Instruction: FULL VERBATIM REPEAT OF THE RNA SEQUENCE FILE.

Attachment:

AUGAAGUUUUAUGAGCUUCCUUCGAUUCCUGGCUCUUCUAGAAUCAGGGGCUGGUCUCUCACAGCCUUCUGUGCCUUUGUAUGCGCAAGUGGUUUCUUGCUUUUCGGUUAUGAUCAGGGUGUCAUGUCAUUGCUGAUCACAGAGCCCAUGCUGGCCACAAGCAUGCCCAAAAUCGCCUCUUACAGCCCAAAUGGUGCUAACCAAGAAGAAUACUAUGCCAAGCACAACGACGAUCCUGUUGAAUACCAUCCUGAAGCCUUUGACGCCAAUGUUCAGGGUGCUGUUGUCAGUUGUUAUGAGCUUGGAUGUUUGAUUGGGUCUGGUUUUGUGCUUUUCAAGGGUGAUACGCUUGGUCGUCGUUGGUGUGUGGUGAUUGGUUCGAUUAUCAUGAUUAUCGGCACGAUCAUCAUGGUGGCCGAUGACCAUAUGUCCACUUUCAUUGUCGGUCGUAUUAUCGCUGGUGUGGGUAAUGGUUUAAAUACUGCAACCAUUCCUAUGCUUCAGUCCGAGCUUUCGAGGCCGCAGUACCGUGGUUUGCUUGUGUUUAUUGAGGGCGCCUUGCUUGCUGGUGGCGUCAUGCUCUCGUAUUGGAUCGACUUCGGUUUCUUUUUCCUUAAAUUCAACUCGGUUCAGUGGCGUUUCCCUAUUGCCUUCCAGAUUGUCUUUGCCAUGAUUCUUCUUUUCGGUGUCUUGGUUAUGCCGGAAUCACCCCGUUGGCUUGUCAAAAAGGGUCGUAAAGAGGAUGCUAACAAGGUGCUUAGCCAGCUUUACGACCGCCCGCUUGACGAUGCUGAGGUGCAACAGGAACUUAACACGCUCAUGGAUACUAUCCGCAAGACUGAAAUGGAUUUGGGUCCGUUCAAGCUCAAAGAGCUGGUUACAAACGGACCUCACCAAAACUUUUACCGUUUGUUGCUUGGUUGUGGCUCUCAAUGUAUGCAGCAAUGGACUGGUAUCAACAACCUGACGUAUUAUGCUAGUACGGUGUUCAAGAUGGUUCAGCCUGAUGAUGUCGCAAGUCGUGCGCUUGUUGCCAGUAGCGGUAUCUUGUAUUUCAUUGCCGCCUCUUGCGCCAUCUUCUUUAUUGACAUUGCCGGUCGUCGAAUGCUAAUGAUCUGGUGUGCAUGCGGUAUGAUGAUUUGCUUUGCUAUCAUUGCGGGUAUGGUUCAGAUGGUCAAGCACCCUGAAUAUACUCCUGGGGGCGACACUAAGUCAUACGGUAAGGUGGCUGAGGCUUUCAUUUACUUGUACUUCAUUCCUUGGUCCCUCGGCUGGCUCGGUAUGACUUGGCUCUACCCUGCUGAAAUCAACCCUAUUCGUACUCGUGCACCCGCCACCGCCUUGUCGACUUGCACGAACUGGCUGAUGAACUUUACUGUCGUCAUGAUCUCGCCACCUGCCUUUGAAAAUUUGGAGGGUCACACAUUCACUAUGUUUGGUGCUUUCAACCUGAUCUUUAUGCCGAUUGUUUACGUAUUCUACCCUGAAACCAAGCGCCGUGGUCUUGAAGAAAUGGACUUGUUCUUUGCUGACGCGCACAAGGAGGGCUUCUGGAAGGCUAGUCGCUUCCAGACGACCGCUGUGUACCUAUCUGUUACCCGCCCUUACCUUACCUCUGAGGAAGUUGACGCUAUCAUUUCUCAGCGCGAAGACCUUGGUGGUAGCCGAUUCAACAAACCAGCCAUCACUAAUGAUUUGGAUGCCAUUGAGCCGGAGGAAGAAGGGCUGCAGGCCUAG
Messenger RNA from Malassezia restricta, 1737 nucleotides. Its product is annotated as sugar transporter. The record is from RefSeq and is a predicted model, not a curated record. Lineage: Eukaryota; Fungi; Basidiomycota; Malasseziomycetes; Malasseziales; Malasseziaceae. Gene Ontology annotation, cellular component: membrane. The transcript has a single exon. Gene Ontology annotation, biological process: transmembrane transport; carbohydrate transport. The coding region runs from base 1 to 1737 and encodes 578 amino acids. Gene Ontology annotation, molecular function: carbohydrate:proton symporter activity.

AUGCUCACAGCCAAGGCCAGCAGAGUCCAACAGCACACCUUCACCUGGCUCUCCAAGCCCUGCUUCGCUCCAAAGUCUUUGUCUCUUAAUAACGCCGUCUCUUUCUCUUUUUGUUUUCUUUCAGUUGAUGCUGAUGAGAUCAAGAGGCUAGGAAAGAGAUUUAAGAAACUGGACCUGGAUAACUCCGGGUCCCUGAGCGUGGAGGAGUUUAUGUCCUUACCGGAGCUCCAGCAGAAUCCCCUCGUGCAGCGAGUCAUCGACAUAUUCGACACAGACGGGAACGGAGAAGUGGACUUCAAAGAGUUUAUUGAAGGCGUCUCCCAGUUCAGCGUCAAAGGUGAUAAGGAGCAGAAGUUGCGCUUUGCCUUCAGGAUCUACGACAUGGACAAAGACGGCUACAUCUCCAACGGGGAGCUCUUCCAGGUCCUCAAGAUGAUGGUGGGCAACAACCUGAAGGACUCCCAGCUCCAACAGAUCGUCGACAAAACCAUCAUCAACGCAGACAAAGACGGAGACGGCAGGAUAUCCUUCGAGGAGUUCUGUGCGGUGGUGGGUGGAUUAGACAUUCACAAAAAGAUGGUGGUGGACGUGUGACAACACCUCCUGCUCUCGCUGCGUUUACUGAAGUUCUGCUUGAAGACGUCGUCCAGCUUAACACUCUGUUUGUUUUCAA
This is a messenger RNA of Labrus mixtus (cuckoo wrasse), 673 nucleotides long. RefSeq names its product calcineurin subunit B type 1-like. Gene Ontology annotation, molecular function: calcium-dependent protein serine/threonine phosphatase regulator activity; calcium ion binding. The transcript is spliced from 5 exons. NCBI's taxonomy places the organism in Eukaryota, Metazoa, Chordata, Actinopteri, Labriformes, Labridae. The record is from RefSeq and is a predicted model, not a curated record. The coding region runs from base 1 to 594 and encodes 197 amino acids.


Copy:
AUGAAGUUUUAUGAGCUUCCUUCGAUUCCUGGCUCUUCUAGAAUCAGGGGCUGGUCUCUCACAGCCUUCUGUGCCUUUGUAUGCGCAAGUGGUUUCUUGCUUUUCGGUUAUGAUCAGGGUGUCAUGUCAUUGCUGAUCACAGAGCCCAUGCUGGCCACAAGCAUGCCCAAAAUCGCCUCUUACAGCCCAAAUGGUGCUAACCAAGAAGAAUACUAUGCCAAGCACAACGACGAUCCUGUUGAAUACCAUCCUGAAGCCUUUGACGCCAAUGUUCAGGGUGCUGUUGUCAGUUGUUAUGAGCUUGGAUGUUUGAUUGGGUCUGGUUUUGUGCUUUUCAAGGGUGAUACGCUUGGUCGUCGUUGGUGUGUGGUGAUUGGUUCGAUUAUCAUGAUUAUCGGCACGAUCAUCAUGGUGGCCGAUGACCAUAUGUCCACUUUCAUUGUCGGUCGUAUUAUCGCUGGUGUGGGUAAUGGUUUAAAUACUGCAACCAUUCCUAUGCUUCAGUCCGAGCUUUCGAGGCCGCAGUACCGUGGUUUGCUUGUGUUUAUUGAGGGCGCCUUGCUUGCUGGUGGCGUCAUGCUCUCGUAUUGGAUCGACUUCGGUUUCUUUUUCCUUAAAUUCAACUCGGUUCAGUGGCGUUUCCCUAUUGCCUUCCAGAUUGUCUUUGCCAUGAUUCUUCUUUUCGGUGUCUUGGUUAUGCCGGAAUCACCCCGUUGGCUUGUCAAAAAGGGUCGUAAAGAGGAUGCUAACAAGGUGCUUAGCCAGCUUUACGACCGCCCGCUUGACGAUGCUGAGGUGCAACAGGAACUUAACACGCUCAUGGAUACUAUCCGCAAGACUGAAAUGGAUUUGGGUCCGUUCAAGCUCAAAGAGCUGGUUACAAACGGACCUCACCAAAACUUUUACCGUUUGUUGCUUGGUUGUGGCUCUCAAUGUAUGCAGCAAUGGACUGGUAUCAACAACCUGACGUAUUAUGCUAGUACGGUGUUCAAGAUGGUUCAGCCUGAUGAUGUCGCAAGUCGUGCGCUUGUUGCCAGUAGCGGUAUCUUGUAUUUCAUUGCCGCCUCUUGCGCCAUCUUCUUUAUUGACAUUGCCGGUCGUCGAAUGCUAAUGAUCUGGUGUGCAUGCGGUAUGAUGAUUUGCUUUGCUAUCAUUGCGGGUAUGGUUCAGAUGGUCAAGCACCCUGAAUAUACUCCUGGGGGCGACACUAAGUCAUACGGUAAGGUGGCUGAGGCUUUCAUUUACUUGUACUUCAUUCCUUGGUCCCUCGGCUGGCUCGGUAUGACUUGGCUCUACCCUGCUGAAAUCAACCCUAUUCGUACUCGUGCACCCGCCACCGCCUUGUCGACUUGCACGAACUGGCUGAUGAACUUUACUGUCGUCAUGAUCUCGCCACCUGCCUUUGAAAAUUUGGAGGGUCACACAUUCACUAUGUUUGGUGCUUUCAACCUGAUCUUUAUGCCGAUUGUUUACGUAUUCUACCCUGAAACCAAGCGCCGUGGUCUUGAAGAAAUGGACUUGUUCUUUGCUGACGCGCACAAGGAGGGCUUCUGGAAGGCUAGUCGCUUCCAGACGACCGCUGUGUACCUAUCUGUUACCCGCCCUUACCUUACCUCUGAGGAAGUUGACGCUAUCAUUUCUCAGCGCGAAGACCUUGGUGGUAGCCGAUUCAACAAACCAGCCAUCACUAAUGAUUUGGAUGCCAUUGAGCCGGAGGAAGAAGGGCUGCAGGCCUAG
Messenger RNA from Malassezia restricta, 1737 nucleotides. Its product is annotated as sugar transporter. The record is from RefSeq and is a predicted model, not a curated record. Lineage: Eukaryota; Fungi; Basidiomycota; Malasseziomycetes; Malasseziales; Malasseziaceae. Gene Ontology annotation, cellular component: membrane. The transcript has a single exon. Gene Ontology annotation, biological process: transmembrane transport; carbohydrate transport. The coding region runs from base 1 to 1737 and encodes 578 amino acids. Gene Ontology annotation, molecular function: carbohydrate:proton symporter activity.

AUGCUCACAGCCAAGGCCAGCAGAGUCCAACAGCACACCUUCACCUGGCUCUCCAAGCCCUGCUUCGCUCCAAAGUCUUUGUCUCUUAAUAACGCCGUCUCUUUCUCUUUUUGUUUUCUUUCAGUUGAUGCUGAUGAGAUCAAGAGGCUAGGAAAGAGAUUUAAGAAACUGGACCUGGAUAACUCCGGGUCCCUGAGCGUGGAGGAGUUUAUGUCCUUACCGGAGCUCCAGCAGAAUCCCCUCGUGCAGCGAGUCAUCGACAUAUUCGACACAGACGGGAACGGAGAAGUGGACUUCAAAGAGUUUAUUGAAGGCGUCUCCCAGUUCAGCGUCAAAGGUGAUAAGGAGCAGAAGUUGCGCUUUGCCUUCAGGAUCUACGACAUGGACAAAGACGGCUACAUCUCCAACGGGGAGCUCUUCCAGGUCCUCAAGAUGAUGGUGGGCAACAACCUGAAGGACUCCCAGCUCCAACAGAUCGUCGACAAAACCAUCAUCAACGCAGACAAAGACGGAGACGGCAGGAUAUCCUUCGAGGAGUUCUGUGCGGUGGUGGGUGGAUUAGACAUUCACAAAAAGAUGGUGGUGGACGUGUGACAACACCUCCUGCUCUCGCUGCGUUUACUGAAGUUCUGCUUGAAGACGUCGUCCAGCUUAACACUCUGUUUGUUUUCAA
This is a messenger RNA of Labrus mixtus (cuckoo wrasse), 673 nucleotides long. RefSeq names its product calcineurin subunit B type 1-like. Gene Ontology annotation, molecular function: calcium-dependent protein serine/threonine phosphatase regulator activity; calcium ion binding. The transcript is spliced from 5 exons. NCBI's taxonomy places the organism in Eukaryota, Metazoa, Chordata, Actinopteri, Labriformes, Labridae. The record is from RefSeq and is a predicted model, not a curated record. The coding region runs from base 1 to 594 and encodes 197 amino acids.